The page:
Statistical auditing techniques available now (and some in development) are more efficient and effective than earlier techniques wherein a predetermined percentage of precincts were recounted by hand to confirm the accuracy of initial precinct tallies. The implementation of statistical auditing techniques may require the allocation of additional time between the end of voting and when the official results of the election are certified.
Auditing a fixed percentage of precincts may not provide adequate assurance with regard to the outcome of a close election. To address this weakness, a method of auditing known as risk-limiting auditing was developed.17 Risk-limiting audits (RLAs) operate dynamically by examining individual randomly selected paper ballots until sufficient statistical assurance is obtained. This statistical assurance ensures that the chance that an incorrect reported outcome escapes detection and correction is less than a predetermined risk limit.
RLAs offer statistical efficiency. Auditing an election with tens of millions of ballots may require examining by hand as few as several hundred randomly selected paper ballots. A RLA might determine that more ballots need to be examined, or even that a full hand recount should be performed, if the contest is close or the reported outcome incorrect. Because RLAs layer a security mechanism (the risk-limiting audit itself) on top of the traditional vote-casting process, RLAs can often be performed without the adoption of new vote-casting processes. RLAs were piloted statewide in Colorado in 2017 and are now being piloted by several other states.18
16 Rather than, for example, an electronic interpretation of the paper ballot or a non-human-readable barcode appearing on a ballot.
17 For a general discussion of risk-limiting audits, see Lindeman, Mark and Philip B. Stark, “A Gentle Introduction to Risk-limiting Audits,” IEEE Security and Privacy, Special Issue on Electronic Voting, 2012.
18 The changes required to implement risk-limiting audits incur costs and require detailed planning, education, and development of required resources. Some states will, for example, need to adopt paper balloting (or purchase different scanners to be able to use comparison-based audits).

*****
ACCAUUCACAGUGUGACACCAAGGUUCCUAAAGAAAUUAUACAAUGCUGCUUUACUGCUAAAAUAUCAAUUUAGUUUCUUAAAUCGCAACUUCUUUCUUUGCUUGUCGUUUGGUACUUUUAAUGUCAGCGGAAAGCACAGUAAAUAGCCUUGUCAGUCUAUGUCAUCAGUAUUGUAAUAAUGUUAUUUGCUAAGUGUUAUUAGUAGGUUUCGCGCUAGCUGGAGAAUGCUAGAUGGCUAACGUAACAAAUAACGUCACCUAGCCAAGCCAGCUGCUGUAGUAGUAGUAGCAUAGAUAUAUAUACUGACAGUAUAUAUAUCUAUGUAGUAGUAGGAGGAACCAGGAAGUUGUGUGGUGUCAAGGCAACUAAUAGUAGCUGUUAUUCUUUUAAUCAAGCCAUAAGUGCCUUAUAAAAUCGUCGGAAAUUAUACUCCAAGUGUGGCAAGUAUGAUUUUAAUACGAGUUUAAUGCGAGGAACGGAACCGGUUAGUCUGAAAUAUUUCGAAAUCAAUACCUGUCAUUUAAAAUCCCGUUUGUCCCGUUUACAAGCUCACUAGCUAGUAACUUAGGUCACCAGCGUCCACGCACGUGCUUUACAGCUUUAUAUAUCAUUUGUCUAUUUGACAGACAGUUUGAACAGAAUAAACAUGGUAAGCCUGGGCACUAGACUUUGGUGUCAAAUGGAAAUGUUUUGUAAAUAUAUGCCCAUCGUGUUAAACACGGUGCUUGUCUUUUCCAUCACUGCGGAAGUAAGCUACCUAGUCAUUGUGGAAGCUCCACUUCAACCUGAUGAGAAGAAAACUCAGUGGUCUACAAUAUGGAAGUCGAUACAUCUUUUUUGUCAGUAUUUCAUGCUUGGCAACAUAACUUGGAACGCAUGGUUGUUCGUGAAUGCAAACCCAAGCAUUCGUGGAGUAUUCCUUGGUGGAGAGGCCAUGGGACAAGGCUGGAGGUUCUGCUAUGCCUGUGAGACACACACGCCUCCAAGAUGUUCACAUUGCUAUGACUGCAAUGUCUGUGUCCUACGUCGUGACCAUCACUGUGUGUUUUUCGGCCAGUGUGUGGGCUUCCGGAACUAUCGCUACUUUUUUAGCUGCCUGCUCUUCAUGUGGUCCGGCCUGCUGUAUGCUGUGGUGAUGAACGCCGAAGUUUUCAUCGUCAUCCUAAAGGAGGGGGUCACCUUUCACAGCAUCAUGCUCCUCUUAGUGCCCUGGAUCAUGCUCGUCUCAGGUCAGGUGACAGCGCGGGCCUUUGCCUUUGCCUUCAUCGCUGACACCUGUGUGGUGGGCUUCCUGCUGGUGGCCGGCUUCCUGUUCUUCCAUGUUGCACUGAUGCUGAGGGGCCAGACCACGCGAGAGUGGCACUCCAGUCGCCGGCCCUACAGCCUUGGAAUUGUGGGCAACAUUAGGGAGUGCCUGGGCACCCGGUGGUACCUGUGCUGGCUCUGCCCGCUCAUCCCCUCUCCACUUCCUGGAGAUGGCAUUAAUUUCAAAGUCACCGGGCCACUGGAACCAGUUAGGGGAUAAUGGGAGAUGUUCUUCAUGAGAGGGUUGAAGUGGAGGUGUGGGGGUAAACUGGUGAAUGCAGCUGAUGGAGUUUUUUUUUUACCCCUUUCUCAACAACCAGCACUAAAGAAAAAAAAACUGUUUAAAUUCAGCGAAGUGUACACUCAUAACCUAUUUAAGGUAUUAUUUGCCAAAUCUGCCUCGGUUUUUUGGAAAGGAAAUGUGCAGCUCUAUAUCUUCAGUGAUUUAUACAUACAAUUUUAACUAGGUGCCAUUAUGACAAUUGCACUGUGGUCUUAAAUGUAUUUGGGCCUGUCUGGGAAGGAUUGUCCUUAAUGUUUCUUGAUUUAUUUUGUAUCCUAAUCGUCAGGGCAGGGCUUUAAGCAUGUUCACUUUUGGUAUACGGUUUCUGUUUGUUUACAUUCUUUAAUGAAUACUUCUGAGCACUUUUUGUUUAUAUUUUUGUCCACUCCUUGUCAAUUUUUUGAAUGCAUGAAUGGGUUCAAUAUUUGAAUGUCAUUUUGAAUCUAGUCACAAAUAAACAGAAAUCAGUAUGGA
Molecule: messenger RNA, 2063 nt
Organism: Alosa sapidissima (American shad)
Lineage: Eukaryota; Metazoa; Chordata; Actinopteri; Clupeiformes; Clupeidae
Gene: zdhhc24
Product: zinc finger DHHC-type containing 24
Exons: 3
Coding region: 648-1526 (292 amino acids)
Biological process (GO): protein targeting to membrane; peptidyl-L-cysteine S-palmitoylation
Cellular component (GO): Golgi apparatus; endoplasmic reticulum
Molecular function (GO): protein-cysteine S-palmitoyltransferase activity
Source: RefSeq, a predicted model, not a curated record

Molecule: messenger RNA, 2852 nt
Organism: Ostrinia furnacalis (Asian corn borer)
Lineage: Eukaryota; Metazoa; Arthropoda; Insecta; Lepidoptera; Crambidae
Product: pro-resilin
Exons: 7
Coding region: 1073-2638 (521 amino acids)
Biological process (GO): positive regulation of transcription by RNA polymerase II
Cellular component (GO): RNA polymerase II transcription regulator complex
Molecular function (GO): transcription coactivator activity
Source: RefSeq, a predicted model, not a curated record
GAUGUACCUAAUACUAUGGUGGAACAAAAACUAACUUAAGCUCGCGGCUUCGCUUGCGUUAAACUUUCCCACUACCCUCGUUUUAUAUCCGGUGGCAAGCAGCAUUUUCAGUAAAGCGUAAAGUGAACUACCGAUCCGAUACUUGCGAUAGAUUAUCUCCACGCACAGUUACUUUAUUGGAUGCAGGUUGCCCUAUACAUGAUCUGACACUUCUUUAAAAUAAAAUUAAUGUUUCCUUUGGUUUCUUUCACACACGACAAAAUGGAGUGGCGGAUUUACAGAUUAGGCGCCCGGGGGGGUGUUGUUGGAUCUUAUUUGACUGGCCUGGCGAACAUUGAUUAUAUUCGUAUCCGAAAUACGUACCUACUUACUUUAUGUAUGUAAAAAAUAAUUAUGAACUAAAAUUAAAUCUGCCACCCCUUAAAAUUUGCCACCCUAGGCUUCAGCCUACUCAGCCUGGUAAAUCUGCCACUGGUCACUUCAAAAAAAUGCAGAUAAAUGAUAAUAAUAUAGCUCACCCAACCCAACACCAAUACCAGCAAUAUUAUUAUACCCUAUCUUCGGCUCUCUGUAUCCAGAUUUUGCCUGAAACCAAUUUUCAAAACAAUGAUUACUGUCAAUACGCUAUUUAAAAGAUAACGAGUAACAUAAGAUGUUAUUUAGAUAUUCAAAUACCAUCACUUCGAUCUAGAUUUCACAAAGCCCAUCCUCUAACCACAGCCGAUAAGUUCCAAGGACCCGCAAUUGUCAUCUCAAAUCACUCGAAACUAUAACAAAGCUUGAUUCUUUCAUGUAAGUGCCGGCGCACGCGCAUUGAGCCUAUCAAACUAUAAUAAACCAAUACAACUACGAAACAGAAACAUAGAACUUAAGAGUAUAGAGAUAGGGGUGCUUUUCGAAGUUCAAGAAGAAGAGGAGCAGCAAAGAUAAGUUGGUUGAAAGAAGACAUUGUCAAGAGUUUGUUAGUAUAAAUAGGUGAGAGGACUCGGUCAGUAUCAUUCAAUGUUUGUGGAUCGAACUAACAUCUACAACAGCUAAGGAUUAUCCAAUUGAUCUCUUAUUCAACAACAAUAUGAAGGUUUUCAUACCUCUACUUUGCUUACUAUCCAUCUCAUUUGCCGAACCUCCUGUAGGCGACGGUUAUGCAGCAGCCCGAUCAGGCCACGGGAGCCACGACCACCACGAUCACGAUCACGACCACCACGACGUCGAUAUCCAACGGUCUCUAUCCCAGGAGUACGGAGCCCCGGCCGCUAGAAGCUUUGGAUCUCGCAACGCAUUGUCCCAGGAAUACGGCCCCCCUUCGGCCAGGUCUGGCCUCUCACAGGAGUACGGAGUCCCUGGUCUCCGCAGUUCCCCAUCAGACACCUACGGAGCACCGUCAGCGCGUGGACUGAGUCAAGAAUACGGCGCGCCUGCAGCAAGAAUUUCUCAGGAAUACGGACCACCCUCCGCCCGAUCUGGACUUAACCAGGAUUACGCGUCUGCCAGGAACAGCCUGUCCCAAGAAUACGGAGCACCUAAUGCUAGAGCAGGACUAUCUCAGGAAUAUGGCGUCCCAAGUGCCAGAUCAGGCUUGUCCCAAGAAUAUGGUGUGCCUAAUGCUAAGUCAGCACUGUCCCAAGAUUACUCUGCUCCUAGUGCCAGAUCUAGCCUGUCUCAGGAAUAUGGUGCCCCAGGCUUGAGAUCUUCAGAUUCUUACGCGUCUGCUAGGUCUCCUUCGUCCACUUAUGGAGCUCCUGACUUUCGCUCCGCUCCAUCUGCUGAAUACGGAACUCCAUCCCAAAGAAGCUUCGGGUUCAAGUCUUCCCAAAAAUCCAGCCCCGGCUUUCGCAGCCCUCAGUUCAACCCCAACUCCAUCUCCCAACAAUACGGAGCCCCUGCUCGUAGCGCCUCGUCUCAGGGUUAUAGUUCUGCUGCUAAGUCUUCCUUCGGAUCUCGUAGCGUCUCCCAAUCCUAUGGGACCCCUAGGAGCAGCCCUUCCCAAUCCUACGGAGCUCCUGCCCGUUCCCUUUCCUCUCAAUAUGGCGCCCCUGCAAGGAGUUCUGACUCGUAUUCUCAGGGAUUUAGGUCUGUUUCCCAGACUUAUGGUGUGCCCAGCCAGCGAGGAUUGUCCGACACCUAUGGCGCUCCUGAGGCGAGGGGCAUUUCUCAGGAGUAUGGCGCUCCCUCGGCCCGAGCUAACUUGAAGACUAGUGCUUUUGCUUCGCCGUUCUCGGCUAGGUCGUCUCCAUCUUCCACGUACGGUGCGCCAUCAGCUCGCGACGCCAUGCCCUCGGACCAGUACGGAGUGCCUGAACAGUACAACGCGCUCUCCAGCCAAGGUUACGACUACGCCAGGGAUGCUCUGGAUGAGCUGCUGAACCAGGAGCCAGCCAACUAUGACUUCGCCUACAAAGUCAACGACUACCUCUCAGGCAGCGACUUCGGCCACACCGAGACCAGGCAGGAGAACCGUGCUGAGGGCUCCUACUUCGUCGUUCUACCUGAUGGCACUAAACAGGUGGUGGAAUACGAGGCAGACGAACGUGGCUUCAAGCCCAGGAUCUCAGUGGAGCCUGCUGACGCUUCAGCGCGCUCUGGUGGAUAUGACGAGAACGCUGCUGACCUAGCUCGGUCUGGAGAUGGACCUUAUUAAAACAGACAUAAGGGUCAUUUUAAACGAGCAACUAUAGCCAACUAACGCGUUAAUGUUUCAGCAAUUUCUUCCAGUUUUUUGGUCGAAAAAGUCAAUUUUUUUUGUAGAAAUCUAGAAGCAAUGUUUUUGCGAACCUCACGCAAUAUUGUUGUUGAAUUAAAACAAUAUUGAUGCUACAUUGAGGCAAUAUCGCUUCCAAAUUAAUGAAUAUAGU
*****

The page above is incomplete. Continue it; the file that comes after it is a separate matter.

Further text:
Executing an RLA for a single plurality contest in a single jurisdiction is not particularly challenging. Implementing an RLA for an election with multiple contests, multiple jurisdictions, multiple types of equipment, and multiple election types (not just plurality), requires more preparation, and a state (or other jurisdiction) should expect that the implementation process will take time.
The most efficient RLAs (comparison audits) make use of cast-vote records (CVRs) that electronically represent the contents of each paper ballot. A ballot-comparison audit operates by randomly selecting paper ballots from a list of all cast paper ballots on a ballot manifest and comparing the voter-verified human-readable contents of the selected paper ballots to the electronic records in the corresponding CVRs. When CVRs are not available (or cannot be linked to specific corresponding paper ballots), a ballot-polling audit may be used instead when margins are relatively large. Such an audit examines only randomly selected paper ballots (and no CVRs); however, many more paper ballots may need to be sampled and examined to achieve the same statistical assurance.19
RLAs can establish high confidence in the accuracy of election results—even if the equipment that produced the original tallies is faulty. This confidence depends on two conditions: (1) that election administrators follow appropriate procedures to maintain the chain-of-custody and secure physical ballots—from the time ballots are received, either in-person or by mail, until auditing is complete; and (2) that the personnel conducting the audit are following appropriate auditing procedures and the equipment and software used to audit the election are independent of the equipment and software used to produce the initial tallies. In the latter case, this not only requires that the software be independent of the software used to tally votes, but also that the software’s specifications/algorithms, inputs, and outputs are transparent to permit members of the public to reproduce the software’s operation.
In recent years there has been increased interest in providing voters with an opportunity to verify that their votes have been accurately cast, counted, and tabulated. This presents a challenge due to the necessity of preserving the secrecy of the ballot. However, building upon cryptographic methods initially developed by computer scientist and cryptographer David Lee Chaum, researchers have developed an approach called end-to-end (E2E) verifiability. This approach enables voters and other members of the